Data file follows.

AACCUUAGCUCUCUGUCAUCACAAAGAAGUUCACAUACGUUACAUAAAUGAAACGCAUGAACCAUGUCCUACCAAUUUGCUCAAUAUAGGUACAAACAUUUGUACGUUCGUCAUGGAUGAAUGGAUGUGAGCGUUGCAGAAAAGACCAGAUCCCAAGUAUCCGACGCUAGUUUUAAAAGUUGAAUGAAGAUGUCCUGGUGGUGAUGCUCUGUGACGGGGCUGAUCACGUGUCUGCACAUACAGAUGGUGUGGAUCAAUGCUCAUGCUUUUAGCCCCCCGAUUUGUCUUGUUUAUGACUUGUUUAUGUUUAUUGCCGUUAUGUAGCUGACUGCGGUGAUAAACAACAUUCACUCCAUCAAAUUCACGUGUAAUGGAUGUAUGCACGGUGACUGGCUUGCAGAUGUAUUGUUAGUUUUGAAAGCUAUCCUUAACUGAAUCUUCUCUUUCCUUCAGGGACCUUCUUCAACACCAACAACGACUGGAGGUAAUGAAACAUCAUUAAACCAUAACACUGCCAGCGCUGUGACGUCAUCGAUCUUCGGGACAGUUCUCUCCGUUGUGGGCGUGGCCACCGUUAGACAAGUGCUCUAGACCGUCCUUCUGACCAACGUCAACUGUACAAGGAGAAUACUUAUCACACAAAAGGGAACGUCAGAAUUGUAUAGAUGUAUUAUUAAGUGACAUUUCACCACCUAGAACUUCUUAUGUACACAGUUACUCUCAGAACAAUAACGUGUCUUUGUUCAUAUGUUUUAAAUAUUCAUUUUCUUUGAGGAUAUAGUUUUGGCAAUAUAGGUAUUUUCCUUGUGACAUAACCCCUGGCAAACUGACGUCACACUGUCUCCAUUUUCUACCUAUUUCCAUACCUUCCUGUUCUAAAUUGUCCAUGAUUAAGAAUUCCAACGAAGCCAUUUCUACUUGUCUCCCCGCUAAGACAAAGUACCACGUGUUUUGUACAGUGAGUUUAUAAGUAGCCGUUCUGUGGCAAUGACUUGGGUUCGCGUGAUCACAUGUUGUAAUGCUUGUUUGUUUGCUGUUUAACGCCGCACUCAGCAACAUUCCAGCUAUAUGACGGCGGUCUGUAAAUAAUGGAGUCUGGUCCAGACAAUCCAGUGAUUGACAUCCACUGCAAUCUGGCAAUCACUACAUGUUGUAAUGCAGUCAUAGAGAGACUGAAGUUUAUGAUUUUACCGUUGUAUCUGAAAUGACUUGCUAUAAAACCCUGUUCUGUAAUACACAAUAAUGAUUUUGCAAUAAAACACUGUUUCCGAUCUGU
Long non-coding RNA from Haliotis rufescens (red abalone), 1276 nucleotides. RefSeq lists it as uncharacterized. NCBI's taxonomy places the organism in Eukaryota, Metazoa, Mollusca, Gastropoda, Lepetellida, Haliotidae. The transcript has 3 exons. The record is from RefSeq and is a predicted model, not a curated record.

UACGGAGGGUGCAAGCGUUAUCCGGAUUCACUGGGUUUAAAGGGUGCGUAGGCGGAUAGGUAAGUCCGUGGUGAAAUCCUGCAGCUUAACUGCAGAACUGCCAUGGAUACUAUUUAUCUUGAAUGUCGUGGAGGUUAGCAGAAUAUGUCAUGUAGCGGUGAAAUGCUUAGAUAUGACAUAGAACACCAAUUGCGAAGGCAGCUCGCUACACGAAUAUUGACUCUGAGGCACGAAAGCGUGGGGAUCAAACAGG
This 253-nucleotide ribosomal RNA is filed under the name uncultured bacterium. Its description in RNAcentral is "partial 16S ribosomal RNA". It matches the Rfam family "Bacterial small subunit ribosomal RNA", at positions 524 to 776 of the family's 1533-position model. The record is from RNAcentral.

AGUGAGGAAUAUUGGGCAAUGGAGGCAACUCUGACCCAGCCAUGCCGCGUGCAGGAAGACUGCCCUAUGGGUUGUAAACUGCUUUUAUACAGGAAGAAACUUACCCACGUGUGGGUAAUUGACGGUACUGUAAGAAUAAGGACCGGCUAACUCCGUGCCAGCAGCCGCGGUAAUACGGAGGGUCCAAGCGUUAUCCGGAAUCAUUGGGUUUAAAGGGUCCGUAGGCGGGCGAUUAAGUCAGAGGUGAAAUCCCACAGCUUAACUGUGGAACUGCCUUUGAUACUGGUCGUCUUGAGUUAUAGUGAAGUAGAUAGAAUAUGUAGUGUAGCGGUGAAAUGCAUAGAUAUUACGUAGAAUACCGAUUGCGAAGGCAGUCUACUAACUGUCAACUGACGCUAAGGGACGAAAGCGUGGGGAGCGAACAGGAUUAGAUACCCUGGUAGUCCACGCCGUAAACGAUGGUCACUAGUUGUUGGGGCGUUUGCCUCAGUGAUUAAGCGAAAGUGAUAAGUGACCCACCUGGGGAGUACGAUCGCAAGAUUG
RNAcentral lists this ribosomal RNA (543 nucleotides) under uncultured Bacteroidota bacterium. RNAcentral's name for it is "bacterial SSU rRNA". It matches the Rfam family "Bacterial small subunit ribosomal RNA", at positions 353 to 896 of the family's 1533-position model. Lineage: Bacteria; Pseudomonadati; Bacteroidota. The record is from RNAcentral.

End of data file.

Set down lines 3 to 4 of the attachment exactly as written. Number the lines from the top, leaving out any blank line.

UACGGAGGGUGCAAGCGUUAUCCGGAUUCACUGGGUUUAAAGGGUGCGUAGGCGGAUAGGUAAGUCCGUGGUGAAAUCCUGCAGCUUAACUGCAGAACUGCCAUGGAUACUAUUUAUCUUGAAUGUCGUGGAGGUUAGCAGAAUAUGUCAUGUAGCGGUGAAAUGCUUAGAUAUGACAUAGAACACCAAUUGCGAAGGCAGCUCGCUACACGAAUAUUGACUCUGAGGCACGAAAGCGUGGGGAUCAAACAGG
This 253-nucleotide ribosomal RNA is filed under the name uncultured bacterium. Its description in RNAcentral is "partial 16S ribosomal RNA". It matches the Rfam family "Bacterial small subunit ribosomal RNA", at positions 524 to 776 of the family's 1533-position model. The record is from RNAcentral.